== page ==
"The Sheepdog from France"
Dogs resembling Briards can be found in French art as far back as the eighth century, but it's not until the fourteenth century that we find dogs more definitely identifiable as Briards. Most breed historians believe the name, adopted in 1809, comes from Chien Berger de Brie (Shepherd Dog of Brie), which is what those early dogs were called. This suggests that Brie, a province in France, is their homeland. A few historians point out the name could also come from Chien d'Aubry. According to a fourteenth century legend, the dog of Aubry de Montdidier avenged his master's death, earning the dog high marks for loyalty and action. Whatever the source of the name, the first Briards protected flocks against wolves, and estates against intruders. The French Revolution changed that by dividing the land into smaller sectors, which meant flocks had to be kept closer to one area. Briards were then required to focus on herding and controlling the sheep rather than guarding them. The Briard was the official dog of the French army in World War II. Although the Briard remains France's most popular sheep herder, the breed enjoys only modest popularity in America, where it ranks 118thout of 155 AKC breeds.
Briards are true to both their herding and guarding heritage. They are protective and watchful companions, tending to think for themselves. This tendency to work independently stems from their method of herding, which was to basically control the sheep on their own by circling the herd, working as a sort of moving fence to keep the flock within a boundary. They can be aggressive toward other dogs, and cool toward strangers.
The Briard is square or slightly long in proportion, covered with coarse, slightly wavy long hair. He has a wide muzzle adorned with an abundant moustache and beard. His large eyes peer from behind long locks. His ears are large and covered with hair; they are often cropped in America. His tail is long, carried low, and ends in a curve called a crochet. The Briard has two dewclaws on each hind leg. His trot has been described as “quicksilver,” because it is so smooth and gliding.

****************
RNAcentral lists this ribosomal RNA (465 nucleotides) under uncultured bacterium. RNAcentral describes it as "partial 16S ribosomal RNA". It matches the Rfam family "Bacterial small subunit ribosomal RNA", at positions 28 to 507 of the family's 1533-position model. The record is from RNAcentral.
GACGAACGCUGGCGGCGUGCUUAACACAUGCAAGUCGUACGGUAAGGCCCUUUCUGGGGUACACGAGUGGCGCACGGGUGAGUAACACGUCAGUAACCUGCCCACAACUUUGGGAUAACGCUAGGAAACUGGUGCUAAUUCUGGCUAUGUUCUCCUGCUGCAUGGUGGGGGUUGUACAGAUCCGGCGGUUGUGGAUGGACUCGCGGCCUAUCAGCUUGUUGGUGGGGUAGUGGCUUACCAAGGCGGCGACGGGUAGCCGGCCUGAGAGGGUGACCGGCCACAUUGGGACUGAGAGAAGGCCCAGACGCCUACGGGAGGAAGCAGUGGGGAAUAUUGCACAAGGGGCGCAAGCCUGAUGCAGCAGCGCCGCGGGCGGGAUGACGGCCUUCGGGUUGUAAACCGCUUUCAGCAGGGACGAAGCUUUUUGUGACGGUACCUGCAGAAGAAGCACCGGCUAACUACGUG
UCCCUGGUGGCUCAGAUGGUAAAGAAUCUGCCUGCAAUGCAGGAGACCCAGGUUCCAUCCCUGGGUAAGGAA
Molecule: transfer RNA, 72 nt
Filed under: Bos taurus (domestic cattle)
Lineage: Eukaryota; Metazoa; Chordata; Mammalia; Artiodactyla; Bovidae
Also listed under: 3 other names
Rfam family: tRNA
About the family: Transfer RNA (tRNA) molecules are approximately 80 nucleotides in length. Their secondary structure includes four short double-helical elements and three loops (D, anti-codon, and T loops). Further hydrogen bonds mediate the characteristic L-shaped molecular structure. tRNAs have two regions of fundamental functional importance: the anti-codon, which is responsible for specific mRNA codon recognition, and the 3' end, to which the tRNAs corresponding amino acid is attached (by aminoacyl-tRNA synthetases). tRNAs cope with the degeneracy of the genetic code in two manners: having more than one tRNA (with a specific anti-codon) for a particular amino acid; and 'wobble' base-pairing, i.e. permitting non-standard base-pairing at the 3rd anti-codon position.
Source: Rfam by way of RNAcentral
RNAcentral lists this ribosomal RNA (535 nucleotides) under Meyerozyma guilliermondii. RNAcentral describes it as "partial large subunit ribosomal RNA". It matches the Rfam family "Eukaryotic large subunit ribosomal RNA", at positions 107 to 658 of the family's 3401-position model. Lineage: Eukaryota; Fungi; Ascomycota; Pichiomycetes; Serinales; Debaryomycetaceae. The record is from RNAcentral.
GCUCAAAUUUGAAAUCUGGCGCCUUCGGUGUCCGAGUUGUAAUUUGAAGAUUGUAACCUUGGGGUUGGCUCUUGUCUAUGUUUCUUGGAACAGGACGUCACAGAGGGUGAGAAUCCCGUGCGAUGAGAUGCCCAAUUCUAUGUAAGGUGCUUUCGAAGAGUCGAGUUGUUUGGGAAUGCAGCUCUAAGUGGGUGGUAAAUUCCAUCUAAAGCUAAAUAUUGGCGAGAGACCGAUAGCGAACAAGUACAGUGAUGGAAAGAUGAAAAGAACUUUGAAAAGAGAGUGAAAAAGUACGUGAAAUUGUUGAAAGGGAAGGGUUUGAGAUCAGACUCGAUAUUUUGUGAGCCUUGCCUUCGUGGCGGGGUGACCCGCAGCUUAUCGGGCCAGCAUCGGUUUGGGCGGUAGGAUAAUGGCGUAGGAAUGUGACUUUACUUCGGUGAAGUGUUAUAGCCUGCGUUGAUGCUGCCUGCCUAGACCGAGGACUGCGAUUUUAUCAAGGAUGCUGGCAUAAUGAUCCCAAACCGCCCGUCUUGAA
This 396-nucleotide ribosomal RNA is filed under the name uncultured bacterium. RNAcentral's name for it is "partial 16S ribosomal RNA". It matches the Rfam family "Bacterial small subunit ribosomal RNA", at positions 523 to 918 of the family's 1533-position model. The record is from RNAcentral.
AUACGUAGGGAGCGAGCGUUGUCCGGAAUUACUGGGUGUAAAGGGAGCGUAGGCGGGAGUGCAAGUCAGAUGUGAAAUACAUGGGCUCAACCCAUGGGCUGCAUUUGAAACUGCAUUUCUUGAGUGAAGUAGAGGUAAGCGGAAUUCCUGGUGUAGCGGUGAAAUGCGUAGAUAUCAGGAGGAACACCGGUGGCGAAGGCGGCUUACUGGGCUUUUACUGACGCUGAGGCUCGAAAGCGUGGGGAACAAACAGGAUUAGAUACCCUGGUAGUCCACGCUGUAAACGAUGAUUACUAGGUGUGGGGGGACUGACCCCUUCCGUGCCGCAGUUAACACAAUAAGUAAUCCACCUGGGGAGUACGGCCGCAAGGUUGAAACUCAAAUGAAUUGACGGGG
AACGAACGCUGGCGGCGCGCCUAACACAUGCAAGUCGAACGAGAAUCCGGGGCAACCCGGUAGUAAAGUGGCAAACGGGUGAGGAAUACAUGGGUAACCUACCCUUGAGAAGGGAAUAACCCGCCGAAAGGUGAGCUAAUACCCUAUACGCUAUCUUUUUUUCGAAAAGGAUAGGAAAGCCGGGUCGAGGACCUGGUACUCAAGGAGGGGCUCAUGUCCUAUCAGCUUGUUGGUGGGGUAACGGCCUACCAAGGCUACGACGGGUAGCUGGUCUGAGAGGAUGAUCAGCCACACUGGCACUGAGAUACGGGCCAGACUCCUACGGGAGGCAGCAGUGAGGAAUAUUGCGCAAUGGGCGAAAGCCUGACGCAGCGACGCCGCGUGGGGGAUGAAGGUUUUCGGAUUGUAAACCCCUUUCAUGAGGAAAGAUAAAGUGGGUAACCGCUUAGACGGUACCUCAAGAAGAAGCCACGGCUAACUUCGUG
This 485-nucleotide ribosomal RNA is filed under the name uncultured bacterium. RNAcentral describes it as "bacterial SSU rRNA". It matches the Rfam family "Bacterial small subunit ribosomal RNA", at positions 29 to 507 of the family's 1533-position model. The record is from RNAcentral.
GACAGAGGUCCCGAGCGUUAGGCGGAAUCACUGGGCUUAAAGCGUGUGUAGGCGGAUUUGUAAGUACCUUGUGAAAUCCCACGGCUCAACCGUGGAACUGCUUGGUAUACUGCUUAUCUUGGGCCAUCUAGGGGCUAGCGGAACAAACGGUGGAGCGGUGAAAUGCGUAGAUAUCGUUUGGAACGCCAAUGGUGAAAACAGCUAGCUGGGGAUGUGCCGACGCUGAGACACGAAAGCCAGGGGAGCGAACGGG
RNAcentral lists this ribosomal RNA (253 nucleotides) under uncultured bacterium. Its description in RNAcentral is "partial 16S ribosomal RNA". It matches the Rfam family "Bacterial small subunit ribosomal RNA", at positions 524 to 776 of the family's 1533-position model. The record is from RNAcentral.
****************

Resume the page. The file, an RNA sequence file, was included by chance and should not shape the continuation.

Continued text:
Because they are natural guardians, young Briards need a lot of socialization to ensure that they meet new people in stride and without undue suspicion. Training should begin early, but Briards are not the typical hop-to-it obedience dog that so many herding breeds are. They are independent thinkers, and don't take well to forceful measures. Given reward-based training, however, they are extremely fast learners. Don't mistake that stubbornness for stupidity! Your Briard knows exactly what you want – you just have to convince him that it's in everyone's best interest to do what you say.
Grooming & Care
That shaggy coat doesn't come maintenance-free. Briards need brushing every day (or at least most days) to keep their coats free from mats and tangles. Bathe them every month or two, keep nails trimmed, and brush those teeth for good dental health. And don't neglect exercise! Most herding breeds have high exercise needs, and the Briard was bred to be on the move for hours at a time. Don't expect him to be satisfied lying around the house or even strolling around the block. He's up for a long hike or run any time you are, but don't push him in hot weather. You wouldn't want to go jogging in a big fur coat, would you?
The Briard's major health concerns are hip dysplasia and gastric torsion. Some may experience retinal problems leading to blindness. A few suffer from heart problems. Talk to your breeder about these issues.
Tramp on "My Three Sons;" Buck on "Married…With Children." Briard Lancelot was the first successfulrecipient of gene therapy.
|Challenges||Not ideal for small children or more timid adults.|
|Height||22 to 27 inches|
|Weight||65 to 85 pounds|
|Life||10 to 12 years|
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